To reconnect people with the past, INTACH, Madurai, is tracking down heritage homes with the help of house owners.

Enterprising members of INTACH, Madurai chapter are on a mission. They want to track down old homes that are more than a century old and find out details that aren’t there in travel guides. According to co-convener Rajesh Kanna, they are on a hunt to uncover old homes and interesting stories and valuable bits of history.

“People are simply not aware of the worth and value of their old houses,” says convener Uma Kannan. Some don’t feel any pride in owning an old home and many find maintaining old buildings a burden. People would rather own a vintage car than a 100-year-old house. “We felt the need to create awareness among people. Behind a drab wall, tucked away in a back street somewhere, could be e hidden a jewel of architecture which needs to be preserved,” she adds.

A city’s history is best understood through old buildings. It is important to count the value and not just the cost of conservation, feel the INTACH members. “Sometimes there are interesting details found inside houses that reveal something about that period, region and its people. Let us not allow our history to vanish,” says Rajesh.

INTACH’s intention is to record people’s history to understand the fabric of Madurai and surrounding region. “As the city changes, documenting and preserving local residences carries history to the next generation. The younger people would then understand and love their city better,” says Uma.

The INTACH hunt has been announced in five districts – Madurai, Theni, Dindigul, Sivagangai and Virrudhunagar. Owners of old homes have been asked to directly involve in the project. “There are books and documentaries made by historians on heritage buildings for the serious reader/viewer. But involving the people directly is a first,” says Rajesh.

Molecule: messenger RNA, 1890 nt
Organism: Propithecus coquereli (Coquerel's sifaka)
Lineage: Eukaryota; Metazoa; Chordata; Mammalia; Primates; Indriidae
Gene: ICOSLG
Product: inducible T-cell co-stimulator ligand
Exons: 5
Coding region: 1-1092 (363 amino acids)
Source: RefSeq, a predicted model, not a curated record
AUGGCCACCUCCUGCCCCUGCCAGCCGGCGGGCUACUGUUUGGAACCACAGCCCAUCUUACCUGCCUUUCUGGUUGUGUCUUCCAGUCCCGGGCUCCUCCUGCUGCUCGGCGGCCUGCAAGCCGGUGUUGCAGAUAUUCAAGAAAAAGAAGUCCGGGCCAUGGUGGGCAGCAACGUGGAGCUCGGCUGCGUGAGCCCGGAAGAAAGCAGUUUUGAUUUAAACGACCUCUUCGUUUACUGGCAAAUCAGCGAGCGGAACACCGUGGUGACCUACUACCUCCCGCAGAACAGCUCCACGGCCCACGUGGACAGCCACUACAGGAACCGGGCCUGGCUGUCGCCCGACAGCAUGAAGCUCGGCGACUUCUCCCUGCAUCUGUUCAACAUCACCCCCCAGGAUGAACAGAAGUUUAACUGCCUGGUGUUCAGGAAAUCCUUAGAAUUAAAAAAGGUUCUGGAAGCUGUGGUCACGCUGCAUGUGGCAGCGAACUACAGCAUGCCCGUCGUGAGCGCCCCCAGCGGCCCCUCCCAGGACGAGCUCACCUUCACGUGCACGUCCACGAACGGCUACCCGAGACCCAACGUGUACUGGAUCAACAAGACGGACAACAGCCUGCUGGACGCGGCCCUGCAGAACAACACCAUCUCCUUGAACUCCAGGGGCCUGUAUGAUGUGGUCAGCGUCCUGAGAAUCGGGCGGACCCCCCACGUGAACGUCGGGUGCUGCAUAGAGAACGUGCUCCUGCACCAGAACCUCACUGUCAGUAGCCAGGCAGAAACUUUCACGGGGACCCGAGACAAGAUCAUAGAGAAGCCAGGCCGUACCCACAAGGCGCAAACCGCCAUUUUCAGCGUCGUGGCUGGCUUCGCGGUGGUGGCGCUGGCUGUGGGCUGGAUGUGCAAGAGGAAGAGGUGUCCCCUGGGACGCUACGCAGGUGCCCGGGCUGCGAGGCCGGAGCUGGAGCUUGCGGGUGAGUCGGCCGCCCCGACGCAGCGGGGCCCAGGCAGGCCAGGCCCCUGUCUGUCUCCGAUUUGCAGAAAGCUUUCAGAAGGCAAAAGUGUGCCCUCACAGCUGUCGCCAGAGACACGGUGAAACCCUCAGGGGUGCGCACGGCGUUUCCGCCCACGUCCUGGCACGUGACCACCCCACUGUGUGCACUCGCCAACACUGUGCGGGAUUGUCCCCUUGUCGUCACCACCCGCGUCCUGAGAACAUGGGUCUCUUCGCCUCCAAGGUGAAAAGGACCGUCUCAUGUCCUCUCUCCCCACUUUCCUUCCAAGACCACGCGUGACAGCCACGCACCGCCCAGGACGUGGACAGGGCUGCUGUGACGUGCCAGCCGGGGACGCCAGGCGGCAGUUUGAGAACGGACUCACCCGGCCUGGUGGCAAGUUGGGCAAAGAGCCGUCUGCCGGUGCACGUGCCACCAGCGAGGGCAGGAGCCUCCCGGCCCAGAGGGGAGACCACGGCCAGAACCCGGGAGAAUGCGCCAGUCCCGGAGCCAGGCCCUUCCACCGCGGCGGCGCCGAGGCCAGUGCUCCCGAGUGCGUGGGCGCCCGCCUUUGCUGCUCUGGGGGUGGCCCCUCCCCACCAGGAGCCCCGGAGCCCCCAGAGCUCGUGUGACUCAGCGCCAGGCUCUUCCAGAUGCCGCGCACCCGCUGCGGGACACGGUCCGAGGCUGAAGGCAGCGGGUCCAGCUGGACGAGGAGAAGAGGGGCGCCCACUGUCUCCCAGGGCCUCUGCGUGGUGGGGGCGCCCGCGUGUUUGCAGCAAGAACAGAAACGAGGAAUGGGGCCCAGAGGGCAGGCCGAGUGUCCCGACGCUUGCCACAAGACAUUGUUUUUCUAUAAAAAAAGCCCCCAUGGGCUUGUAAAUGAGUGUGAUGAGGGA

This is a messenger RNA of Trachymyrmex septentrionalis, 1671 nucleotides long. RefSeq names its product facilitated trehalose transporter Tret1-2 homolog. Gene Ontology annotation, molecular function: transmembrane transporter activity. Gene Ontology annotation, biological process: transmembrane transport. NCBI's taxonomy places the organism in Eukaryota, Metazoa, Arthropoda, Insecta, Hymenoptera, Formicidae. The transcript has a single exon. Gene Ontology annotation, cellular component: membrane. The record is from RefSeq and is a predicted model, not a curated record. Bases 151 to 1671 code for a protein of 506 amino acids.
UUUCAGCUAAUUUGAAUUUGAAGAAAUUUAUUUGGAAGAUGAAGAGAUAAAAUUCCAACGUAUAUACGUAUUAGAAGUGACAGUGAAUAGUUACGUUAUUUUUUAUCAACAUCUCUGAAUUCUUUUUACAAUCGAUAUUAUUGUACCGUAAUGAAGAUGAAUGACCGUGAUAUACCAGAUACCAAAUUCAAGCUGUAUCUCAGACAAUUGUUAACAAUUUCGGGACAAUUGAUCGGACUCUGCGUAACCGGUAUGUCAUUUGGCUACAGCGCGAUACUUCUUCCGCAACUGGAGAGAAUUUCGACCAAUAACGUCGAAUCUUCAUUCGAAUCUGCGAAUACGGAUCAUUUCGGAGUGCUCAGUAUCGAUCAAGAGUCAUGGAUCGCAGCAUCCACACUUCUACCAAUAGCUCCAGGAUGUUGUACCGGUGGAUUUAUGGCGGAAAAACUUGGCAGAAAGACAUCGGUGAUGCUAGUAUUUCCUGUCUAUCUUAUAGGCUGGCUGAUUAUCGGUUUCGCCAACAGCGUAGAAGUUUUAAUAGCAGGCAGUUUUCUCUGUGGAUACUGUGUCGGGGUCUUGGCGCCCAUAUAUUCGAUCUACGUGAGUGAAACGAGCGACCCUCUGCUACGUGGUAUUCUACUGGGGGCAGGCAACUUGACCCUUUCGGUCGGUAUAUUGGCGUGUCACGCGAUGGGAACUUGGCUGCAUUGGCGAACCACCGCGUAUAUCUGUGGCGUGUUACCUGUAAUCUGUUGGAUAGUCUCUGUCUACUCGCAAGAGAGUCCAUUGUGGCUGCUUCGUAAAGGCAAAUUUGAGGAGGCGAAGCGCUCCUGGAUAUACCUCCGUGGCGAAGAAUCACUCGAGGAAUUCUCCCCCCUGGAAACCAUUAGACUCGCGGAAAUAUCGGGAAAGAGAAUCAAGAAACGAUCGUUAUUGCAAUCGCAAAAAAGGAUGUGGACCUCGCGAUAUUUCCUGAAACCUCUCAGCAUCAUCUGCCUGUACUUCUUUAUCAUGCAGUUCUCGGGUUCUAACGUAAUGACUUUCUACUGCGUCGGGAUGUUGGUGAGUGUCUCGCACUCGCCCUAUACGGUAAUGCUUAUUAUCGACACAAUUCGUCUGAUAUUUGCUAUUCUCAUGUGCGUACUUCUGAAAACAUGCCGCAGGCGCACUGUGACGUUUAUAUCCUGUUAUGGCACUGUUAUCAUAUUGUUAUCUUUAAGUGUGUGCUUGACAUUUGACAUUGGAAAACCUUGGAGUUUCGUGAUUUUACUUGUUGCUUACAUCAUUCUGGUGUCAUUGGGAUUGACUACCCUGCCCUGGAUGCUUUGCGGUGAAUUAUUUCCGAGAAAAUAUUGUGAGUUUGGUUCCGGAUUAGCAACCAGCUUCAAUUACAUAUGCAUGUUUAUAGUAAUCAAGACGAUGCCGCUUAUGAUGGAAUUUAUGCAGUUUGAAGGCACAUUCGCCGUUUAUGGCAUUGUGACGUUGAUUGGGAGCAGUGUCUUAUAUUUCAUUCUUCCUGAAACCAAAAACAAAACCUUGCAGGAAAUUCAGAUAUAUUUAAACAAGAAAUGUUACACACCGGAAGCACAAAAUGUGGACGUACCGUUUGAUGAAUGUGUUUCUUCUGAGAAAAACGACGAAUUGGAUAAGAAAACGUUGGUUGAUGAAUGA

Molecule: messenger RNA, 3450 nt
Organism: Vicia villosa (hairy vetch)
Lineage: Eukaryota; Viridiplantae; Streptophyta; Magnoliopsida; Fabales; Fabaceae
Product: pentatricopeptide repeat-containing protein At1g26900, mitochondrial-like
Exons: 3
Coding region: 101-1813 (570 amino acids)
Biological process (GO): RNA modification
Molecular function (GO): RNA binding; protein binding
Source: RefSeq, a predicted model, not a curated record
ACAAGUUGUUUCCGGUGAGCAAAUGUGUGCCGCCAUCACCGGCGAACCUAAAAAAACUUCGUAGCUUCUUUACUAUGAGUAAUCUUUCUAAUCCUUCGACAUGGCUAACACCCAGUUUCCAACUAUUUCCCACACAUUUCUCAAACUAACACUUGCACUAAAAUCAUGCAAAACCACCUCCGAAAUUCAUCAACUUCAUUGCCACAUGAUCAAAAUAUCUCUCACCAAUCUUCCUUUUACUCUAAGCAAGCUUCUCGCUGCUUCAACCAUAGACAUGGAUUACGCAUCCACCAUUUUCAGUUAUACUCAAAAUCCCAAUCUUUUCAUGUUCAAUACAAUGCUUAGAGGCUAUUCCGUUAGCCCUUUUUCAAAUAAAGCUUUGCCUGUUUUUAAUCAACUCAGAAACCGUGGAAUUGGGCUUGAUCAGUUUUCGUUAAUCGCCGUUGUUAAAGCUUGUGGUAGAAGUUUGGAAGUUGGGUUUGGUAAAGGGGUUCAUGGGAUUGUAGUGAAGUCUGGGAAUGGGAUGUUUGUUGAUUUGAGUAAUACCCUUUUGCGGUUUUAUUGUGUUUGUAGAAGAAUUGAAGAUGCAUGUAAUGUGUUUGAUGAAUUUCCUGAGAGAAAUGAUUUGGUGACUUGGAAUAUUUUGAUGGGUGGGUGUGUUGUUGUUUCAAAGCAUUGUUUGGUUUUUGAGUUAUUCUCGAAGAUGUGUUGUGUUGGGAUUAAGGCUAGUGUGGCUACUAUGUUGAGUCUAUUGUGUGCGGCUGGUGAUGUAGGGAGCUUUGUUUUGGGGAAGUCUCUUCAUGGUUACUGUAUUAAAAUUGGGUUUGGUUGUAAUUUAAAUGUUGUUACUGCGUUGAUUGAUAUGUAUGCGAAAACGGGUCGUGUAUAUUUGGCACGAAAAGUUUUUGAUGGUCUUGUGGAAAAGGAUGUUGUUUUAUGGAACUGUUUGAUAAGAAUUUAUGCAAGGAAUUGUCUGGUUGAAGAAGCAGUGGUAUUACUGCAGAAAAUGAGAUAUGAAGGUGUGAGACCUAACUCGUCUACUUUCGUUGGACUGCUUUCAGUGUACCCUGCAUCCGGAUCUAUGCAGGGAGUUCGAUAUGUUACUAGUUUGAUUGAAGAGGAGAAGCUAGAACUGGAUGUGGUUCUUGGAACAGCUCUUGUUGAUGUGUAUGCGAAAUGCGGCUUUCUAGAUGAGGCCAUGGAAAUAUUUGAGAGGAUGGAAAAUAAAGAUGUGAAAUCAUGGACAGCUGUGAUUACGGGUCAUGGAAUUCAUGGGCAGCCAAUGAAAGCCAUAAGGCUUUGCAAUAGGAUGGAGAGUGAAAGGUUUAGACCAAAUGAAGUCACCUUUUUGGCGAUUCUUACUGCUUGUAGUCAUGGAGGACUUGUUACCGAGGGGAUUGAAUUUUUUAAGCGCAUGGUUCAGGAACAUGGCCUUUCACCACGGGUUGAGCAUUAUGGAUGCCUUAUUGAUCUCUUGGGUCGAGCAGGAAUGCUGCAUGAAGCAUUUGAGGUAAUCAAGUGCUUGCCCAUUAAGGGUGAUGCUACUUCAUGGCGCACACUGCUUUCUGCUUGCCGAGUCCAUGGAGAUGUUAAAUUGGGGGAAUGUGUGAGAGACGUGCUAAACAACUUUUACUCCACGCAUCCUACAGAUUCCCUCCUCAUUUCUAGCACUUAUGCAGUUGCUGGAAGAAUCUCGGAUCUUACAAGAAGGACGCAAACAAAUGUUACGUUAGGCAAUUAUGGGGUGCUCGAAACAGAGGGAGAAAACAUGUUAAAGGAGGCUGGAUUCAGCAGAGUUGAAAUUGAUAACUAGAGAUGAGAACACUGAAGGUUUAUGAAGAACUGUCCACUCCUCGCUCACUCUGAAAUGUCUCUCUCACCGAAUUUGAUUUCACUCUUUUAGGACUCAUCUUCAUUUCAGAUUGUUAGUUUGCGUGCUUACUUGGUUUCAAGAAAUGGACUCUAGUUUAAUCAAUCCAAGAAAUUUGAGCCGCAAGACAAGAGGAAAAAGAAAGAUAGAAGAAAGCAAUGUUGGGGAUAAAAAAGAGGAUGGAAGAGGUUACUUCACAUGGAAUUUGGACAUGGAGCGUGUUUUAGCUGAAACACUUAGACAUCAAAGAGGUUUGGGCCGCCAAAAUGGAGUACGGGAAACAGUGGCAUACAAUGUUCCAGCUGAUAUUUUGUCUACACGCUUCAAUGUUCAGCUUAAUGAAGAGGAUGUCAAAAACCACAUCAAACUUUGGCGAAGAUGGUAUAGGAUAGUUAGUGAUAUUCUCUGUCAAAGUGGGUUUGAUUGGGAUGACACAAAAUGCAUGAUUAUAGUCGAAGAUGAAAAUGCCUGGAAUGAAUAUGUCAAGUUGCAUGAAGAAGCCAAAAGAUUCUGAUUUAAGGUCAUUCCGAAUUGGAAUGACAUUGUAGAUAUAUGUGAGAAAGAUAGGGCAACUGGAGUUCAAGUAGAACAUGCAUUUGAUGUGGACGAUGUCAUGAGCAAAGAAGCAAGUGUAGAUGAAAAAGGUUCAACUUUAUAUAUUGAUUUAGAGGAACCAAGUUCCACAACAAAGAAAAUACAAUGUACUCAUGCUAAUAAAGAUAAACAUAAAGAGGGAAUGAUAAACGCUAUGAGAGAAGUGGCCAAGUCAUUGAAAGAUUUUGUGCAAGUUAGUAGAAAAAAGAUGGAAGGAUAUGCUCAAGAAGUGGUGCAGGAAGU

If you are living in a house that is more than 75 years old, send in your entries in English or Tamil by July 30 to The entries should include details such as the date of its construction, name of the original owner and architect, the master plan, details of any important visitor to the place or any other distinct feature. At least 10 photographs should accompany the entries. The size of the house is not a criterion but authentic information of the building and presentation of interesting facts and photos will matter.

Based on antiquity and history of the house, the top two will be chosen from each district for special prizes, while every participant will be felicitated at a function on August 17 at LAICO Hall. A team of engineers, historians, archaeologists and students of architectures may visit some of the heritage homes for verification. The INTACH members expect a good response following a trial run in Virrudhunagar last September. “We found more than 100 heritage homes within a radius of one km and it has generated tremendous enthusiasm among the locals now,” says Rajesh.

People’s pride in their family, community and homes increases as the family or neighbourhood history is documented. Everyone wants their stories remembered. It gives an opportunity for members of different generations to sit together and sort through boxes of fading photographs, remember word of mouth stories and may be do a bit of research of the original structure.

INTACH will also urge restoration of the heritage homes as many valuable clues to our past is being wantonly lost thanks to lack of knowledge as more and more old buildings are being pulled down to make way for new construction.

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